A spirited, septuagenarian schoolteacher becomes the target of an official witch hunt when she mounts a campaign to have one of her young students released from a government "re-education facility," in this daring drama from Cuba that has galvanized domestic audiences with its tackling of taboo topics.
Contemporary World Cinema
A breakout hit in Cuba, Ernesto Daranas's Behavior has galvanized audiences with its willingness to tackle taboo topics and reveal the less picturesque realities of life on the island. In this sensitive portrayal of the friendship between a young boy and a woman more than five decades his senior, Daranas exposes how internal bureaucracy, dogma and poverty are eroding Cuba's oft-envied education system.
Eleven-year-old Chala (Armando Valdés Freire) lives with his addict mother Sonia (Yuliet Cruz). In order to provide for the two of them, he raises carrier pigeons and trains fighting dogs with a man who may or may not be his biological father. School provides a stabilizing force in Chala's life, thanks to his close relationship with his spirited sixty-something teacher, Carmela (Alina Rodríguez). When the boy is sent off to live in a "re-education facility" and Carmela mounts a campaign to have him released, she becomes the target of a witch hunt spearheaded by a school board administrator who regards Carmela's permissive beliefs as incongruent with the new Cuba. But the idealistic, strong-willed woman remains defiant and manages to recruit allies from amongst her fellow teachers, leading to a conflict in which one boy's future reflects the systemic dynamics of contemporary Cuba.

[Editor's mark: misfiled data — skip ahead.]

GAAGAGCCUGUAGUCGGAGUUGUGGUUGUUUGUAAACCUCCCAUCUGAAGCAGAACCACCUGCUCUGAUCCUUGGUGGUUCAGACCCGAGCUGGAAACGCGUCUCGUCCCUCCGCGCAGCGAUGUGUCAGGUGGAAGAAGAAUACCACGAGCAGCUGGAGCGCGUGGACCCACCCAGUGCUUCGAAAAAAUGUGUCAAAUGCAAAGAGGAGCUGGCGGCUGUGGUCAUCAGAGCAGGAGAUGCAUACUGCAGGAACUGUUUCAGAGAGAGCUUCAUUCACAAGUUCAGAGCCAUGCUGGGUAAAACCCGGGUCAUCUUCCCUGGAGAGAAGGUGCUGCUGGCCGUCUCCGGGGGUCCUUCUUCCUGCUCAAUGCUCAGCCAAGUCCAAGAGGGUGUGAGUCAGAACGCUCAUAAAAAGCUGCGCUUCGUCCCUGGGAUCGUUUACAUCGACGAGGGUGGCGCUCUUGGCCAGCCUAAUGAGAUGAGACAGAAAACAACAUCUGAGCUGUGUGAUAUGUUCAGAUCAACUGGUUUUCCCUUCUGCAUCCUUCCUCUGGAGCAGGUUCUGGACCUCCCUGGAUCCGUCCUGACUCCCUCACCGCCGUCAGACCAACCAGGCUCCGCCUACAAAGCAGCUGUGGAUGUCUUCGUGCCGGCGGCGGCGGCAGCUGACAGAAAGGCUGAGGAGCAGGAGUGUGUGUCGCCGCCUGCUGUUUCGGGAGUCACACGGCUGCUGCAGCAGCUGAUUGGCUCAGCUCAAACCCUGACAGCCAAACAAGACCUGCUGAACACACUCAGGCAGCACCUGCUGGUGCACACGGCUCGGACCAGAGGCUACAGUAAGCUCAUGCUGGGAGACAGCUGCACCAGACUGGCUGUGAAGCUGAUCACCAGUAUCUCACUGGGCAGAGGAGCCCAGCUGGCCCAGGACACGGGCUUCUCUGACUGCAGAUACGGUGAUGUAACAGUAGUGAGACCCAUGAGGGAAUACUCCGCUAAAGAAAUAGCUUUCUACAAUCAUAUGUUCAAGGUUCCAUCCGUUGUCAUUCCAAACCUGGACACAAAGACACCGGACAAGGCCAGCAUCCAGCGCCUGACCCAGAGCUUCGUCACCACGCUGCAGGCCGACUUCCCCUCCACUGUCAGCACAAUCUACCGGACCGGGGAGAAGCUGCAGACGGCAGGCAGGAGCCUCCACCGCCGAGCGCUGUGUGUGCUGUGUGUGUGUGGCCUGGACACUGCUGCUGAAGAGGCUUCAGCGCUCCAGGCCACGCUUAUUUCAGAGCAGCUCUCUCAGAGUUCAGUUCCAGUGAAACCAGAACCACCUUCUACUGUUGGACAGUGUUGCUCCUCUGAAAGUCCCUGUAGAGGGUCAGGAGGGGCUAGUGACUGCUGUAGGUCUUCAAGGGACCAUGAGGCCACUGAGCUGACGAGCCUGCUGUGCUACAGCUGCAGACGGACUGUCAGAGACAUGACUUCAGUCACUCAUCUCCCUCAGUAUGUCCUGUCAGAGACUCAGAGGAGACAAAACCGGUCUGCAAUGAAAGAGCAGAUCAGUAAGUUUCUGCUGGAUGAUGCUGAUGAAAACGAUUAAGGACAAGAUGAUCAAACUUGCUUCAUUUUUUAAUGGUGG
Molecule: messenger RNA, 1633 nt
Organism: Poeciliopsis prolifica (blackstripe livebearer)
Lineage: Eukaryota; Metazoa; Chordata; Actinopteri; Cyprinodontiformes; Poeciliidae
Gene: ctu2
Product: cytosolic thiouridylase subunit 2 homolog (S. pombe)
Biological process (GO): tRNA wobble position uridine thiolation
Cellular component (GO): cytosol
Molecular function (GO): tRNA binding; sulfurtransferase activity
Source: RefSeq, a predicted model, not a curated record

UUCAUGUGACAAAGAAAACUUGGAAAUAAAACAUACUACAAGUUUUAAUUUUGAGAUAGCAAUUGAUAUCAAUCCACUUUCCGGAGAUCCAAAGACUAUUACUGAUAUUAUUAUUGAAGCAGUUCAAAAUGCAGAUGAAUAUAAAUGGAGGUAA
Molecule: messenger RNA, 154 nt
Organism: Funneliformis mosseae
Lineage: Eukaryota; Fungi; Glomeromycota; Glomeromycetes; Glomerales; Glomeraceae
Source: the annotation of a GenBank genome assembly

Developed in close collaboration with students in a workshop at Cuba's Instituto Superior de Arte, Behavior is a work of rare and urgent authenticity, a moving drama that gives us hope that the new and the old Cuba can — and will — find common ground.